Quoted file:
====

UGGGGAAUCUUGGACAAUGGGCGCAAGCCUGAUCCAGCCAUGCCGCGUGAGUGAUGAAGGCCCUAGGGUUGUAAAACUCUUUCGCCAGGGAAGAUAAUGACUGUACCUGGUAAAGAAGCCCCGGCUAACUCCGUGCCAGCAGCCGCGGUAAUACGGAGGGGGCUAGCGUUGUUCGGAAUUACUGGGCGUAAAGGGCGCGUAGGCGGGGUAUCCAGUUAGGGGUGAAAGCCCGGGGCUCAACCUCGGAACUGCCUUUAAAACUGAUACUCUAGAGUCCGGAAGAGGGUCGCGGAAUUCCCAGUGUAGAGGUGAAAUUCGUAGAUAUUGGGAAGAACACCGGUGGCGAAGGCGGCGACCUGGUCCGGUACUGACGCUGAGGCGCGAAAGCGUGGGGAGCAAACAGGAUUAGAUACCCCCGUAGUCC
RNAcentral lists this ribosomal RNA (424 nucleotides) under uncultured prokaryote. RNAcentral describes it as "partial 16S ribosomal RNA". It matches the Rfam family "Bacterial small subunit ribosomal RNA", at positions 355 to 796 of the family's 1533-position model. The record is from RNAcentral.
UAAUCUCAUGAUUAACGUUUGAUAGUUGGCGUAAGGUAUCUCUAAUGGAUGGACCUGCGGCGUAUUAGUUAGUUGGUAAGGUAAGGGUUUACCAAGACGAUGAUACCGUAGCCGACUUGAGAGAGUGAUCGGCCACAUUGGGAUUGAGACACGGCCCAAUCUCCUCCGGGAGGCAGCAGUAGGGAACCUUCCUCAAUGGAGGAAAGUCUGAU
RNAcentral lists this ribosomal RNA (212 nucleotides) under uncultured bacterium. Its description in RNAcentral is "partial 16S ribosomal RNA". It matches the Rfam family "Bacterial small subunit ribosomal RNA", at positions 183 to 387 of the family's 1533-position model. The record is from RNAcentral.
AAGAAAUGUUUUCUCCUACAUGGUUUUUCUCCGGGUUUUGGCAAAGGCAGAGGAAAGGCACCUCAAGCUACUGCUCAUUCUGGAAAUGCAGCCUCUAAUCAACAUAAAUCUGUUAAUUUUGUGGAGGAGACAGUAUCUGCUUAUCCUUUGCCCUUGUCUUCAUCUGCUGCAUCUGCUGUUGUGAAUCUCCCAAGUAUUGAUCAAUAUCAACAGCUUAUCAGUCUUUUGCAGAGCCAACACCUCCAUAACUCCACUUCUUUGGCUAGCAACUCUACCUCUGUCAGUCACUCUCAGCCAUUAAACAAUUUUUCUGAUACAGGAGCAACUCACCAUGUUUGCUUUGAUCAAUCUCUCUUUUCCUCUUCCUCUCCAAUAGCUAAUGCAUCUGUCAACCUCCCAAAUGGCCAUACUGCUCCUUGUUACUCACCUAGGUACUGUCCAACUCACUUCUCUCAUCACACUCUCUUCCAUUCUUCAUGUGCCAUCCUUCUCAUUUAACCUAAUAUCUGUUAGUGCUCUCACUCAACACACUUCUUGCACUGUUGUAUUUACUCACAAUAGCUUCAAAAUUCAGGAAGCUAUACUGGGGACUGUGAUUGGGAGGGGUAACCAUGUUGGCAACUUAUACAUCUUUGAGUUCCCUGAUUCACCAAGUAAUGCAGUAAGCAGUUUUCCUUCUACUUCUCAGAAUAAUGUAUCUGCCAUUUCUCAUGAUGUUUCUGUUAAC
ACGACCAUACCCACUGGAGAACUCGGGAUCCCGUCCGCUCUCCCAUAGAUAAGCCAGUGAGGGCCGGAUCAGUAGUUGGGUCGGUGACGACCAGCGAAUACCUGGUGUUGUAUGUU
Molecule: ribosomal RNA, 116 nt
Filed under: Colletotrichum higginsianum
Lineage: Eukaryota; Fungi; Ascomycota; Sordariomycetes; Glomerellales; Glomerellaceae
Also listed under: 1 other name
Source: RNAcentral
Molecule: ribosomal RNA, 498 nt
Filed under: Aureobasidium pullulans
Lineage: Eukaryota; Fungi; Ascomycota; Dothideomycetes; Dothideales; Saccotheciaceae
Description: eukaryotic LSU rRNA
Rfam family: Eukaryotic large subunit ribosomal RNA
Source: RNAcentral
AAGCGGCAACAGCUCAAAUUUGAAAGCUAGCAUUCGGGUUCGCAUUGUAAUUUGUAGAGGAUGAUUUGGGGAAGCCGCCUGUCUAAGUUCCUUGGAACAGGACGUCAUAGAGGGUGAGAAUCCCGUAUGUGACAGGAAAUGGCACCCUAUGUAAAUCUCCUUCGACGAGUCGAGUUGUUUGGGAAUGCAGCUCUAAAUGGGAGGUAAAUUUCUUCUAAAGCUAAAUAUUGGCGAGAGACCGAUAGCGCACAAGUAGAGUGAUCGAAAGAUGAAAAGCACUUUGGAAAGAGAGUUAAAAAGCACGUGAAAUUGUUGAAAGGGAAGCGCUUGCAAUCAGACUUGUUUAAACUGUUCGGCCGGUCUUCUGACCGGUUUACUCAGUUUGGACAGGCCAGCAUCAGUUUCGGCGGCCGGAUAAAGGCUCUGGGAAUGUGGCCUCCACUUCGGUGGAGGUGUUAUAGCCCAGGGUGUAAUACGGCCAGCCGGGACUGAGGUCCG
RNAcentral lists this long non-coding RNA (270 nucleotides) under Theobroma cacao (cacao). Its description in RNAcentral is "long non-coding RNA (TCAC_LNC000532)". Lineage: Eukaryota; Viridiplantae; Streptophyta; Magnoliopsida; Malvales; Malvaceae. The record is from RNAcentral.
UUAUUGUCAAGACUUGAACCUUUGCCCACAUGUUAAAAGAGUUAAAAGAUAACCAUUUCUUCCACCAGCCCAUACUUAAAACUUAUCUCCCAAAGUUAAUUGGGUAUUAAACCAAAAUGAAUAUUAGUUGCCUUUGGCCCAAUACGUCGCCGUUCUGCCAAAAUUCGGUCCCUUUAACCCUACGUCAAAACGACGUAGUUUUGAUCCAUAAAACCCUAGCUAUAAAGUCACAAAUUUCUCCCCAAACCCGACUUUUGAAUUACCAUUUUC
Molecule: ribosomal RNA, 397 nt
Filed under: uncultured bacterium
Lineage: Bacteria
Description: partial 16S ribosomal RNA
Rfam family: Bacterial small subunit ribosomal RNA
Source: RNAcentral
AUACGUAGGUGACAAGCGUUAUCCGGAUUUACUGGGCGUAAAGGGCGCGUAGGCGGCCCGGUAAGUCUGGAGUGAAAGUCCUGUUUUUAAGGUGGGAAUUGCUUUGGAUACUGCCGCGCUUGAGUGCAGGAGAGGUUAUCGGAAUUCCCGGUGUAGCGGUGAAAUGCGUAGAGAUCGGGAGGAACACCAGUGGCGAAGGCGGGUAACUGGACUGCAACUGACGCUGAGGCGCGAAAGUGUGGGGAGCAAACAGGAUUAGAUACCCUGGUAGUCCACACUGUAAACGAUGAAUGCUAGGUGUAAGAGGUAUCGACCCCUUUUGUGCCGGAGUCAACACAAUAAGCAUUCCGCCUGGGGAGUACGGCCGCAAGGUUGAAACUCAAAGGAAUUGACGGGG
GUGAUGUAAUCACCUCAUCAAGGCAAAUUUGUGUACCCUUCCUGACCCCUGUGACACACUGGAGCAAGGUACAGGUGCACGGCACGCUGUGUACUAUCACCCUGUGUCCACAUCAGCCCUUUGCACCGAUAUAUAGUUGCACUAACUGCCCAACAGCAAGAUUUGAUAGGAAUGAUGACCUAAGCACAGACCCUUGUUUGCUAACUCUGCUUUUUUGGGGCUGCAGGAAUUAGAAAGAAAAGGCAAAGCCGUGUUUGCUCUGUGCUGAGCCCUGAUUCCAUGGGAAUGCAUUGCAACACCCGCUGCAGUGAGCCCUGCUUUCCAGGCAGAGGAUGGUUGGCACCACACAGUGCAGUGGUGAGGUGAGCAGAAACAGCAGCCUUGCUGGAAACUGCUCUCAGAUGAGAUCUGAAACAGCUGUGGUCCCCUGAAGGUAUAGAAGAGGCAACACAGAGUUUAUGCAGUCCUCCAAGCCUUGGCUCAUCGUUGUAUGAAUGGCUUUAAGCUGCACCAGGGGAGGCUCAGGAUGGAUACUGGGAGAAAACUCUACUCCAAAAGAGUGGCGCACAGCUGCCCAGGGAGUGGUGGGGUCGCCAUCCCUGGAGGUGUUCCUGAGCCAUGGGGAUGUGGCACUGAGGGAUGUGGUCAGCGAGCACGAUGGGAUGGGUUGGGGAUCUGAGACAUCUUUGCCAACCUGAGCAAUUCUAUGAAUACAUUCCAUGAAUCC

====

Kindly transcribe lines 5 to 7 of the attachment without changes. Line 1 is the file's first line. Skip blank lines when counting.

AAGAAAUGUUUUCUCCUACAUGGUUUUUCUCCGGGUUUUGGCAAAGGCAGAGGAAAGGCACCUCAAGCUACUGCUCAUUCUGGAAAUGCAGCCUCUAAUCAACAUAAAUCUGUUAAUUUUGUGGAGGAGACAGUAUCUGCUUAUCCUUUGCCCUUGUCUUCAUCUGCUGCAUCUGCUGUUGUGAAUCUCCCAAGUAUUGAUCAAUAUCAACAGCUUAUCAGUCUUUUGCAGAGCCAACACCUCCAUAACUCCACUUCUUUGGCUAGCAACUCUACCUCUGUCAGUCACUCUCAGCCAUUAAACAAUUUUUCUGAUACAGGAGCAACUCACCAUGUUUGCUUUGAUCAAUCUCUCUUUUCCUCUUCCUCUCCAAUAGCUAAUGCAUCUGUCAACCUCCCAAAUGGCCAUACUGCUCCUUGUUACUCACCUAGGUACUGUCCAACUCACUUCUCUCAUCACACUCUCUUCCAUUCUUCAUGUGCCAUCCUUCUCAUUUAACCUAAUAUCUGUUAGUGCUCUCACUCAACACACUUCUUGCACUGUUGUAUUUACUCACAAUAGCUUCAAAAUUCAGGAAGCUAUACUGGGGACUGUGAUUGGGAGGGGUAACCAUGUUGGCAACUUAUACAUCUUUGAGUUCCCUGAUUCACCAAGUAAUGCAGUAAGCAGUUUUCCUUCUACUUCUCAGAAUAAUGUAUCUGCCAUUUCUCAUGAUGUUUCUGUUAAC
ACGACCAUACCCACUGGAGAACUCGGGAUCCCGUCCGCUCUCCCAUAGAUAAGCCAGUGAGGGCCGGAUCAGUAGUUGGGUCGGUGACGACCAGCGAAUACCUGGUGUUGUAUGUU
Molecule: ribosomal RNA, 116 nt